Visit Follows Recent U.S. Expansion of Argentine GSP Access worth $126 Million
WASHINGTON - A team from the Office of the United States Trade Representative will lead private-sector seminars in Argentina and Uruguay the week of September 9 to explain how the two countries can maximize special trade benefits in light of the current economic difficulties they face. The special trade benefits are within the Generalized System of Preferences (GSP), a U.S. preference program that promotes economic development in 150 developing economies by providing duty-free access to U.S. markets for certain products.
The trip follows an August 28th Presidential Proclamation that redesignated GSP benefits for Argentina for 57 products that accounted for over $126 million in exports to the United States in 2001.
"The GSP program demonstrates American leadership in helping countries build the internal conditions for economic growth and opportunity. Increased access to the U.S. market promotes economic development and better jobs in developing countries while benefiting American consumers through lower prices and increased choices," said U.S. Trade Representative Robert B. Zoellick. "I'm pleased that we are able to quickly follow the President's announcement by sending some of our staff to explain to Argentine and Uruguayan businesses how to fully participate in the GSP program."
The products range from leather goods to non-sensitive agricultural products to industrial chemicals. The USTR team will promote increased use of the GSP program through a series of seminars with private enterprises. Under the GSP program, Argentina's exports to the United States totaled about $200 million annually, while Uruguay's totaled $80 million.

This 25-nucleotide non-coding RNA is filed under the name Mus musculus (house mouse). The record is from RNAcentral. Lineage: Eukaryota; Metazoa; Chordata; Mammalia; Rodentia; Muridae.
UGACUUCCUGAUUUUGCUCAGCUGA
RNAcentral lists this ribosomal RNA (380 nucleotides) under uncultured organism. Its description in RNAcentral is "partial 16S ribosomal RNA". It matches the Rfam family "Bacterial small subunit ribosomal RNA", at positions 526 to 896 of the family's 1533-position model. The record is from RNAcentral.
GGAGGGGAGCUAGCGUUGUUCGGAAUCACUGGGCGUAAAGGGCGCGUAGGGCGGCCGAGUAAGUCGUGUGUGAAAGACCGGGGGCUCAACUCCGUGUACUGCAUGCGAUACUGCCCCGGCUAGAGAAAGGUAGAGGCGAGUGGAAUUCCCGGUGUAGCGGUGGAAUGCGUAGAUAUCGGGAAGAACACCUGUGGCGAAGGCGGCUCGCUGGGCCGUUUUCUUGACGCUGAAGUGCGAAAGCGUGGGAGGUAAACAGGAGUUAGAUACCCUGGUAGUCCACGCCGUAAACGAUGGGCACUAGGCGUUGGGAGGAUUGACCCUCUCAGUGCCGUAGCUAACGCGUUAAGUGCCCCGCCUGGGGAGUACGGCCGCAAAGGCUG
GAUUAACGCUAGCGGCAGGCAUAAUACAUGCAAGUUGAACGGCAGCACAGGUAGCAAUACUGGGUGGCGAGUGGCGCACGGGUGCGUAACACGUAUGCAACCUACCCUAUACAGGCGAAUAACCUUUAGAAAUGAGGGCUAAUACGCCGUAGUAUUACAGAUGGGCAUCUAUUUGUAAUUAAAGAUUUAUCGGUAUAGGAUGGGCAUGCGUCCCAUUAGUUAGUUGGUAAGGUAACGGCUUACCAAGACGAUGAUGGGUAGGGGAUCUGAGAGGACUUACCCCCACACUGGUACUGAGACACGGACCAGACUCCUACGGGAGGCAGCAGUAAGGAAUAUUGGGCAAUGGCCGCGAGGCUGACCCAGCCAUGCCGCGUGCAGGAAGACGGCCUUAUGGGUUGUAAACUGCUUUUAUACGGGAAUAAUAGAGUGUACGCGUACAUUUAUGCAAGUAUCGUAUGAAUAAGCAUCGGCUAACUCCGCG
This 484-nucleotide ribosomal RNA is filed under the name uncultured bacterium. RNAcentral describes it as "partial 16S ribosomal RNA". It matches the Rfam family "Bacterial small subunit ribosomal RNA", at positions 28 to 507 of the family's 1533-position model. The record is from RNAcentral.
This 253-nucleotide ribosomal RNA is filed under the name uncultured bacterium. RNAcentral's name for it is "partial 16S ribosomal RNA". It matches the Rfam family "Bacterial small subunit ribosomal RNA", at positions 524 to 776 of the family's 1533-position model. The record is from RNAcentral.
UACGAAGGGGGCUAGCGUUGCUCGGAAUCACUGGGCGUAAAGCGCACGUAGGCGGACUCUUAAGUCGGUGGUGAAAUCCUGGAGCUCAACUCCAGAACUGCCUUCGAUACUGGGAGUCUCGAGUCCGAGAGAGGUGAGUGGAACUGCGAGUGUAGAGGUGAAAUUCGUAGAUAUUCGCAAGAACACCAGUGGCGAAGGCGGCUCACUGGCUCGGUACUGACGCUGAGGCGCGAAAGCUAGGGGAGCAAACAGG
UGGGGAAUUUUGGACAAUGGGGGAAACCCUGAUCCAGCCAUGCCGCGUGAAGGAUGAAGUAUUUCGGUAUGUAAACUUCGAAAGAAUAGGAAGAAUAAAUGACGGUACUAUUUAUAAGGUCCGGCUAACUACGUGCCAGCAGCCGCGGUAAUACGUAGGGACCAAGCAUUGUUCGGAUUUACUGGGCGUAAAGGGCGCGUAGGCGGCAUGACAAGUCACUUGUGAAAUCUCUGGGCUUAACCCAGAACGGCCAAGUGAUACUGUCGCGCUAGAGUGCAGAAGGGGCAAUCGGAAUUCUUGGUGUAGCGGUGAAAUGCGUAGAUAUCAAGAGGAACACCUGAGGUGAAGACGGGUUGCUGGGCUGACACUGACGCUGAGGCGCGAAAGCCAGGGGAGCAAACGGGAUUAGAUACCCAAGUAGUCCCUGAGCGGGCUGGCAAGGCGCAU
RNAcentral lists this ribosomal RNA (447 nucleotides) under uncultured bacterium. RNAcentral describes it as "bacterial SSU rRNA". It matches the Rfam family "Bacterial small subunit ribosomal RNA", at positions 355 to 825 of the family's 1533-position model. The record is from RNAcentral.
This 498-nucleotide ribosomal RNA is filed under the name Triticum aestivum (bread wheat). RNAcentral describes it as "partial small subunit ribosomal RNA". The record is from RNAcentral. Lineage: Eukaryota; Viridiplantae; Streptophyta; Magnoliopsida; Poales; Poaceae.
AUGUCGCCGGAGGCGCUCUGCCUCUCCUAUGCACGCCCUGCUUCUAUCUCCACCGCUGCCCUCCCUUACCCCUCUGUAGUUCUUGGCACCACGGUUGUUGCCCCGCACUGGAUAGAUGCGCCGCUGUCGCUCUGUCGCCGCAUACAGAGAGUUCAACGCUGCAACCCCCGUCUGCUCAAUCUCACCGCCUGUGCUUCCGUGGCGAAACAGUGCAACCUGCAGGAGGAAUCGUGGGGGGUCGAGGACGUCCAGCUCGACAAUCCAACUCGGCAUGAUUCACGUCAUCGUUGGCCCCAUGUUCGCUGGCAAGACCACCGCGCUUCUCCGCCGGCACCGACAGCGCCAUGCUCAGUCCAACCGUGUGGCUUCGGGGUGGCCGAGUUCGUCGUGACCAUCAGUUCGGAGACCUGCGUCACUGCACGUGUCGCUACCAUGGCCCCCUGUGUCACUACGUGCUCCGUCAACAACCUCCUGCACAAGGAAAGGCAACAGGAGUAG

The GSP program, established in 1974, offers duty-free access to the U.S. market for a range of products imported from designated beneficiary developing countries. In 2001, products worth approximately $16 billion were imported into the United States under the program. There are 152 GSP-eligible developing economies (countries, territories and associations of countries).
The GSP program is an important element of U.S. efforts to increase economic development through the expansion of trade opportunities. The enactment of the Trade Act of 2002, which renewed the GSP program and which included Trade Promotion Authority, empowers the United States to continue moving ahead with trade liberalization globally, through the Doha Round of WTO trade negotiations; regionally, through the pursuit of a Free Trade Area of the Americas; and bilaterally, through free trade agreements with such countries as Chile and Singapore.
The 57 Argentine products announced for redesignation had previously been covered by the GSP program, but had been removed for reaching a statutorily defined threshold level of market share. By being redesignated, the products will enjoy full duty-free access to the U.S. market.
In seminars throughout Argentina and in Uruguay, the USTR team will explain how Argentine and Uruguayan industry can make better use of the GSP program and provide information on the several thousand products on which GSP benefits are available, the statutory requirements for the program, and the annual GSP review process to improve the program. In addition to Buenos Aires, the team will visit Cordoba, Mendoza, Salta and Rosario in Argentina and Montevideo, Uruguay.
Also on August 28, USTR announced in the Federal Register that it would accelerate the review of petitions from Argentina, the Philippines, and Turkey for additions to the list of products eligible for GSP duty-free treatment.
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